Yesterday, a man named Joseph Wood was killed by the state of Arizona for the crime of double murder. This in and of itself is not newsworthy; it is the fact that the execution appears to have gone slightly wrong, causing Mr Wood unintentional suffering that is of note. The death row inmate apparently choked for two hours in what some said appeared to be horrible pain (although there are conflicting accounts on this). The manner in which he was “put down” is supposed to take fifteen minutes and be agony free.
I would like to be able to say that this incident will surely open up a new debate on the use of the death penalty in the USA, but this is sadly unlikely. As we live in an age where politicians are usually mere reflections of the populace’s opinions as opposed to leaders on the major discussions of the day, the statement from the Arizona state governor, Jan Brewer, is instructive. “By eyewitness and medical accounts he did not suffer. This is in stark comparison to the gruesome, vicious suffering that he inflicted on his two victims, and the lifetime of suffering he has caused their family.” So in other words, he didn’t suffer, but even if he did, the bastard deserved it.
I haven’t looked at the details of Joseph Wood’s crimes and frankly have no desire to. But it seems to me that if a person has the right to death by the state that is free of suffering, then that should be adhered to. I use the words “death by the state” for purpose here, since I am against the death penalty in the strongest way possible and it is the “by the state” bit that forms a huge part of my antipathy towards the method of punishment. I am somewhat of a classical liberal (note to American readers: this means something very different than “liberal” means in America. Let’s just say I am definitely not a socialist, or anything close to it), and as someone who regards the state’s intrusion into places it does not belong as fundamentally incorrect, I have great difficulty with any government executing its own citizens. In other words, I am against the death penalty because I believe it is beyond the remit of any state to murder its own citizens directly, whatever the supposed justification.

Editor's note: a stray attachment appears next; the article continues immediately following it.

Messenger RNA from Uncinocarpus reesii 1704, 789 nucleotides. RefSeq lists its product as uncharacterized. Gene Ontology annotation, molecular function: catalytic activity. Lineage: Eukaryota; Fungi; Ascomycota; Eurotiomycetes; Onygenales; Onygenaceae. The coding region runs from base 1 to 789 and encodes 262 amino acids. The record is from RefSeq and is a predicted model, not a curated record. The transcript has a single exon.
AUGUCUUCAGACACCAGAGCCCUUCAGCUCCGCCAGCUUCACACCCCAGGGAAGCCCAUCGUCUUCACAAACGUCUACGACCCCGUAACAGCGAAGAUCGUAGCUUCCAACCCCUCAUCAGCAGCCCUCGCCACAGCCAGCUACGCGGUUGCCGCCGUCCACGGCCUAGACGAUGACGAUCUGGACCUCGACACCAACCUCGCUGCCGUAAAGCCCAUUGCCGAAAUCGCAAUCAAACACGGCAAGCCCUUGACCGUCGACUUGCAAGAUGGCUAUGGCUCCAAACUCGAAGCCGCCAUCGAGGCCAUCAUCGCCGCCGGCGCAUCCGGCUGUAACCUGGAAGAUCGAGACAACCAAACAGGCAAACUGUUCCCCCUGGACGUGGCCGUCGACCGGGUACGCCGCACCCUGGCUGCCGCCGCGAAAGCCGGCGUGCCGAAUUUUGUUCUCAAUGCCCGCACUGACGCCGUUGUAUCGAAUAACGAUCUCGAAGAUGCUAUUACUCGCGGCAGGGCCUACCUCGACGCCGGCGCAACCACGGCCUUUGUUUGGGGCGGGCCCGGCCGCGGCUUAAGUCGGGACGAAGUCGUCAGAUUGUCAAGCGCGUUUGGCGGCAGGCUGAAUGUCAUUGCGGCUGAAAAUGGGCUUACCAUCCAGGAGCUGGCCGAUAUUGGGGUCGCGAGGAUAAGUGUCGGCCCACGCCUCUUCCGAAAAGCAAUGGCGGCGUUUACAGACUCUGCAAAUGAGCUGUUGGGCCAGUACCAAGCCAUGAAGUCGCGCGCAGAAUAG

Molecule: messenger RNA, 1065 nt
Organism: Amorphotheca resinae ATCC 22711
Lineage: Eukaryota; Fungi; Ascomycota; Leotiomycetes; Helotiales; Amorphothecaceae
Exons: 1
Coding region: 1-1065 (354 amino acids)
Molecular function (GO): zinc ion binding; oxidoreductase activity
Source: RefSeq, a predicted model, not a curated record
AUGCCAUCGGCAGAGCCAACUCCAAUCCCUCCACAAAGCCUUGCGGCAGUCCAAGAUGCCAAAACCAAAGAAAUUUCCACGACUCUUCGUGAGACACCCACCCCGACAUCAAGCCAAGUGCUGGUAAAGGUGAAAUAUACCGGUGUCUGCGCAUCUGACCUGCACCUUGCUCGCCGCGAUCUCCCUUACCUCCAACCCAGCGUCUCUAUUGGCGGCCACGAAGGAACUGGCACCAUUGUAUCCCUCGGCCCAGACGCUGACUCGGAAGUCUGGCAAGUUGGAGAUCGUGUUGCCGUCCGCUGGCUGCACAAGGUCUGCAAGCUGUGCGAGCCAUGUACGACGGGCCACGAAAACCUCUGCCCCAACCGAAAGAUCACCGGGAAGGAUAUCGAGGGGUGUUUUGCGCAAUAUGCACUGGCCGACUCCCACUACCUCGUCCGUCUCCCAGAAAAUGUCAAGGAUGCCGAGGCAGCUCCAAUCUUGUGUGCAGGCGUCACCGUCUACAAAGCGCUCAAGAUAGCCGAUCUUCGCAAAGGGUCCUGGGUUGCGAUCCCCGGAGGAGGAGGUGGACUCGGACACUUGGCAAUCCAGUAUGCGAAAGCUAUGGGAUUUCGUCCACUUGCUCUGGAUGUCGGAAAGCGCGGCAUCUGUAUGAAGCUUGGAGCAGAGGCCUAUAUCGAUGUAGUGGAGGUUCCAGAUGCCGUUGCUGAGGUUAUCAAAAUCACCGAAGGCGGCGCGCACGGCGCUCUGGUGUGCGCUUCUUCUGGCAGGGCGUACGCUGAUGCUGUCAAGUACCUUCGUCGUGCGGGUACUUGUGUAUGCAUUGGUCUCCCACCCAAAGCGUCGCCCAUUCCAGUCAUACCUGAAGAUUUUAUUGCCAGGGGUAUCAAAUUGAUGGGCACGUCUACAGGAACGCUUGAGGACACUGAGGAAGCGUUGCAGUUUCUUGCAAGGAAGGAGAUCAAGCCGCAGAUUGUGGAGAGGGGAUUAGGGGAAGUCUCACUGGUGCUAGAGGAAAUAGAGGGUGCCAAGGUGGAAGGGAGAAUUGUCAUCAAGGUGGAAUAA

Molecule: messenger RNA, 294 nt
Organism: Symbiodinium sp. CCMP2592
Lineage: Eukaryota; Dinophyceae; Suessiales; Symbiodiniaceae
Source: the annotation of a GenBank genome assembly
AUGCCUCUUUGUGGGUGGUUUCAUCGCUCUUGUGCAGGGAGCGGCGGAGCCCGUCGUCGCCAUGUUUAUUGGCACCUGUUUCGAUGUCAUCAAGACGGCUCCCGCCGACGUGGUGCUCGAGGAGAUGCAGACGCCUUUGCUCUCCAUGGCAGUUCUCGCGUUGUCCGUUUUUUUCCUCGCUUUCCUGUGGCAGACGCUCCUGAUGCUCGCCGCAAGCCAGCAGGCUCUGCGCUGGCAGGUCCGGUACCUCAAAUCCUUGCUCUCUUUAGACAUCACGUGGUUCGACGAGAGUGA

This is one of the reasons I find the debate around the death penalty in America both fascinating and exasperating at the same time. Because the people who seem to support it most strongly are the same people who are busy arguing that the state has too much power. How much authority could you possibly grant any institution beyond the ability to legally take away people’s lives? Liberals in America often trot out the pro-life/pro-death penalty hypocrisy that exists amongst this same demographic, but I actually understand that one – if you have a rigid Manichean viewpoint on the world, it’s easy to see why foetuses must live and murderers must die. One group is completely innocent, the other entirely evil. It’s the “state must stay out of people’s lives, other than to kill them if they go off the rails” thing that I find impossible to absorb.
Unfortunately, as the governor of Arizona’s statement in the wake of the latest death penalty botch job (there was another one in Oklahoma earlier this year, a situation similar to that as faced by Mr Wood) aptly demonstrated, the end to the death penalty throughout the United States is not on the immediate horizon. If only small state conservatives in America could see the faults in their own arguments, perhaps the most powerful country on Earth could finally end this outdated practice and join the rest of us in the 21st century.
as someone who regards the state’s intrusion into places it does not belong as fundamentally incorrect, I have great difficulty with any government executing its own citizens
I think the point is that by becoming a criminal, and therefore failing to uphold their side of the social compact, the person concerned has voluntarily renounced their citizenship. By breaking the law, they put themselves outwith the law.
The convicted murderer, then, is a non-citizen (and became a non-citizen them moment they decided to break the bit of the social compact that says, ‘don’t murder people’).
This is a perfectly logically coherent argument. It’s not one i would make (it rests on social contract theory, which I don’t hold) but it is perfectly compatible with American small-state conservative beliefs.
And the state clearly has to be able to kill non-citizens (or it couldn’t wage war) so it is perfectly logical that it be able to kill a non-citizens who has killed one of its citizens.
Grace Feldmann says
Aside from the fact that the death penalty is inconsistent with my personal ethics as a humanist, the bottom line is that the death penalty doesn’t work. It does not deter violent crime the way proponents argue it should. Violent crime rates are higher in states with the death penalty than without.And it makes sense since a large proportion of violent crimes are crimes of passion without forthought. The sociopaths who do premeditate usually aren’t motivated by fear of pain- it’s part of the psychological disorder. Innocent people get killed by the state too often. One is too many for me, and its many more than one. The system is stacked against young black men and other people of color. MANY families of victims claim that the process of appeals and waiting for the death of the convict, draws out their suffering and that once the killing is done they often find themselves deeply disturbed and traumatized by what they witnessed. Yes, of course some feel vindicated, but plenty do not. I could go on but you know all this. If the death penalty actually worked in reducing violent crime, and the justice system wasn’t so racially biased, and the process of killing was indeed painless, I might get behind it, or at least grudgingly accept it. But none of these things are true.